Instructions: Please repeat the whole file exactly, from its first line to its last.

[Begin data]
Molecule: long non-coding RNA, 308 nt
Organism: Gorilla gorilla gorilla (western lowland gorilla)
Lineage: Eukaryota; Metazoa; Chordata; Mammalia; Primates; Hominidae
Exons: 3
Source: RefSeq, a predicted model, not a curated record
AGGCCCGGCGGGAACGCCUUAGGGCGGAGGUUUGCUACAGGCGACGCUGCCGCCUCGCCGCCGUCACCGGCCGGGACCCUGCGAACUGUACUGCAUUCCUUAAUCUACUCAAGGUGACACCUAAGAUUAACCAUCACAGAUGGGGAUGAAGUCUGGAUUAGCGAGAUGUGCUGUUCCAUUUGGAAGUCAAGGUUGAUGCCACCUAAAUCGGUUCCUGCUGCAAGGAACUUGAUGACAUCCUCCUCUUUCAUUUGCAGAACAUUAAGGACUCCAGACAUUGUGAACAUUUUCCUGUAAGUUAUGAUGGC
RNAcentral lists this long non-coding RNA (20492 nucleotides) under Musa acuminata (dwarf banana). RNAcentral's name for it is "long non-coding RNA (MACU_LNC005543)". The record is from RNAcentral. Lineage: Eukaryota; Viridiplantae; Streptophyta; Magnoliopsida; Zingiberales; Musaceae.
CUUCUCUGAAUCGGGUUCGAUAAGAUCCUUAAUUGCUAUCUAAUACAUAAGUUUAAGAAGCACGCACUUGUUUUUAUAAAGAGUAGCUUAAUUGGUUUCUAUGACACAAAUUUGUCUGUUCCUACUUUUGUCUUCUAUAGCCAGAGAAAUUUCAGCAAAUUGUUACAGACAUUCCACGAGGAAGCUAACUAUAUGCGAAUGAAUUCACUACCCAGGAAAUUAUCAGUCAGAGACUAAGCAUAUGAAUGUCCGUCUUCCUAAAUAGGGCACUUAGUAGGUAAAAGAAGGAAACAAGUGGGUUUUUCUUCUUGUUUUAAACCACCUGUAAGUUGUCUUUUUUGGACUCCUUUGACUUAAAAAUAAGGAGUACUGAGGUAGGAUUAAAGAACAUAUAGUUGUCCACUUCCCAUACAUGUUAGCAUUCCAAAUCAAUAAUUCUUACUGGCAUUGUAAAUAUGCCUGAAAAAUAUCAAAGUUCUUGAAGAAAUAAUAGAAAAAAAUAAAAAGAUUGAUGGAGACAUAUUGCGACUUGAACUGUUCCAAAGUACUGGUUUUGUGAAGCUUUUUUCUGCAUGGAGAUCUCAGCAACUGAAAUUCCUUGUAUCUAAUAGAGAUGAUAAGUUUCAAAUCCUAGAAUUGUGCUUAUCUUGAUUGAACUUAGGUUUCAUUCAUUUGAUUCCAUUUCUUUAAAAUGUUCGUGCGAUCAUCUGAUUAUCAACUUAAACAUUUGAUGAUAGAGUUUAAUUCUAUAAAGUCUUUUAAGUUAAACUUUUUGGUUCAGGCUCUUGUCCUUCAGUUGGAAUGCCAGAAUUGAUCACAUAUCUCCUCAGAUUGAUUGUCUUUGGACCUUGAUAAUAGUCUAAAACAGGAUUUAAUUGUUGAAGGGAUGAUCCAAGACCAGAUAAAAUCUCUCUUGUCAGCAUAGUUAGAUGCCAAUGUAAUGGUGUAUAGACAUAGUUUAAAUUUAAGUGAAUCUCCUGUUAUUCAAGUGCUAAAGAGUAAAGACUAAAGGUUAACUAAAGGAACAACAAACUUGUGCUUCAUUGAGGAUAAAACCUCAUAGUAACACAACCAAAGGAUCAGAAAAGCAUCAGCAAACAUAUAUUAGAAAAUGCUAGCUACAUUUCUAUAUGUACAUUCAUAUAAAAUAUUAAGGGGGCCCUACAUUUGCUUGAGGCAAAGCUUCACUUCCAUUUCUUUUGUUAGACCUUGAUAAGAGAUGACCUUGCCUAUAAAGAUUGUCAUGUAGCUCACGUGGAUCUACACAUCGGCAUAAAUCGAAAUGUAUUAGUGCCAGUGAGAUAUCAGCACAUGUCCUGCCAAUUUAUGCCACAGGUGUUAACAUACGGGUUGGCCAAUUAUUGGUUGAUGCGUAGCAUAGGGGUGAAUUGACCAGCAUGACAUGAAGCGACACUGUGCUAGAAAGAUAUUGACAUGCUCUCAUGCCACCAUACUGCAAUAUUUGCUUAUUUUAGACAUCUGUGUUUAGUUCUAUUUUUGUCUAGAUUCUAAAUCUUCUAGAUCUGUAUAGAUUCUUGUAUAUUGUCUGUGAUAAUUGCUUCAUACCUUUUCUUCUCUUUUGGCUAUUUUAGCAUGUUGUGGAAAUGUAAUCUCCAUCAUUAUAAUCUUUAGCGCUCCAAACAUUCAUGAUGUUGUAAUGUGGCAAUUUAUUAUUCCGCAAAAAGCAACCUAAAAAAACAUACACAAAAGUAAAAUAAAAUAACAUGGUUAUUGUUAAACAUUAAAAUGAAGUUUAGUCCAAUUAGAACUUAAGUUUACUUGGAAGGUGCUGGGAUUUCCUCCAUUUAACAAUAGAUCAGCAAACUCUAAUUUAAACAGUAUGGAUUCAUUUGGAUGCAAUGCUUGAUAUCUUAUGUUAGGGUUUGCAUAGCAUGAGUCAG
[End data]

Molecule: long non-coding RNA, 308 nt
Organism: Gorilla gorilla gorilla (western lowland gorilla)
Lineage: Eukaryota; Metazoa; Chordata; Mammalia; Primates; Hominidae
Exons: 3
Source: RefSeq, a predicted model, not a curated record
AGGCCCGGCGGGAACGCCUUAGGGCGGAGGUUUGCUACAGGCGACGCUGCCGCCUCGCCGCCGUCACCGGCCGGGACCCUGCGAACUGUACUGCAUUCCUUAAUCUACUCAAGGUGACACCUAAGAUUAACCAUCACAGAUGGGGAUGAAGUCUGGAUUAGCGAGAUGUGCUGUUCCAUUUGGAAGUCAAGGUUGAUGCCACCUAAAUCGGUUCCUGCUGCAAGGAACUUGAUGACAUCCUCCUCUUUCAUUUGCAGAACAUUAAGGACUCCAGACAUUGUGAACAUUUUCCUGUAAGUUAUGAUGGC
RNAcentral lists this long non-coding RNA (20492 nucleotides) under Musa acuminata (dwarf banana). RNAcentral's name for it is "long non-coding RNA (MACU_LNC005543)". The record is from RNAcentral. Lineage: Eukaryota; Viridiplantae; Streptophyta; Magnoliopsida; Zingiberales; Musaceae.
CUUCUCUGAAUCGGGUUCGAUAAGAUCCUUAAUUGCUAUCUAAUACAUAAGUUUAAGAAGCACGCACUUGUUUUUAUAAAGAGUAGCUUAAUUGGUUUCUAUGACACAAAUUUGUCUGUUCCUACUUUUGUCUUCUAUAGCCAGAGAAAUUUCAGCAAAUUGUUACAGACAUUCCACGAGGAAGCUAACUAUAUGCGAAUGAAUUCACUACCCAGGAAAUUAUCAGUCAGAGACUAAGCAUAUGAAUGUCCGUCUUCCUAAAUAGGGCACUUAGUAGGUAAAAGAAGGAAACAAGUGGGUUUUUCUUCUUGUUUUAAACCACCUGUAAGUUGUCUUUUUUGGACUCCUUUGACUUAAAAAUAAGGAGUACUGAGGUAGGAUUAAAGAACAUAUAGUUGUCCACUUCCCAUACAUGUUAGCAUUCCAAAUCAAUAAUUCUUACUGGCAUUGUAAAUAUGCCUGAAAAAUAUCAAAGUUCUUGAAGAAAUAAUAGAAAAAAAUAAAAAGAUUGAUGGAGACAUAUUGCGACUUGAACUGUUCCAAAGUACUGGUUUUGUGAAGCUUUUUUCUGCAUGGAGAUCUCAGCAACUGAAAUUCCUUGUAUCUAAUAGAGAUGAUAAGUUUCAAAUCCUAGAAUUGUGCUUAUCUUGAUUGAACUUAGGUUUCAUUCAUUUGAUUCCAUUUCUUUAAAAUGUUCGUGCGAUCAUCUGAUUAUCAACUUAAACAUUUGAUGAUAGAGUUUAAUUCUAUAAAGUCUUUUAAGUUAAACUUUUUGGUUCAGGCUCUUGUCCUUCAGUUGGAAUGCCAGAAUUGAUCACAUAUCUCCUCAGAUUGAUUGUCUUUGGACCUUGAUAAUAGUCUAAAACAGGAUUUAAUUGUUGAAGGGAUGAUCCAAGACCAGAUAAAAUCUCUCUUGUCAGCAUAGUUAGAUGCCAAUGUAAUGGUGUAUAGACAUAGUUUAAAUUUAAGUGAAUCUCCUGUUAUUCAAGUGCUAAAGAGUAAAGACUAAAGGUUAACUAAAGGAACAACAAACUUGUGCUUCAUUGAGGAUAAAACCUCAUAGUAACACAACCAAAGGAUCAGAAAAGCAUCAGCAAACAUAUAUUAGAAAAUGCUAGCUACAUUUCUAUAUGUACAUUCAUAUAAAAUAUUAAGGGGGCCCUACAUUUGCUUGAGGCAAAGCUUCACUUCCAUUUCUUUUGUUAGACCUUGAUAAGAGAUGACCUUGCCUAUAAAGAUUGUCAUGUAGCUCACGUGGAUCUACACAUCGGCAUAAAUCGAAAUGUAUUAGUGCCAGUGAGAUAUCAGCACAUGUCCUGCCAAUUUAUGCCACAGGUGUUAACAUACGGGUUGGCCAAUUAUUGGUUGAUGCGUAGCAUAGGGGUGAAUUGACCAGCAUGACAUGAAGCGACACUGUGCUAGAAAGAUAUUGACAUGCUCUCAUGCCACCAUACUGCAAUAUUUGCUUAUUUUAGACAUCUGUGUUUAGUUCUAUUUUUGUCUAGAUUCUAAAUCUUCUAGAUCUGUAUAGAUUCUUGUAUAUUGUCUGUGAUAAUUGCUUCAUACCUUUUCUUCUCUUUUGGCUAUUUUAGCAUGUUGUGGAAAUGUAAUCUCCAUCAUUAUAAUCUUUAGCGCUCCAAACAUUCAUGAUGUUGUAAUGUGGCAAUUUAUUAUUCCGCAAAAAGCAACCUAAAAAAACAUACACAAAAGUAAAAUAAAAUAACAUGGUUAUUGUUAAACAUUAAAAUGAAGUUUAGUCCAAUUAGAACUUAAGUUUACUUGGAAGGUGCUGGGAUUUCCUCCAUUUAACAAUAGAUCAGCAAACUCUAAUUUAAACAGUAUGGAUUCAUUUGGAUGCAAUGCUUGAUAUCUUAUGUUAGGGUUUGCAUAGCAUGAGUCAG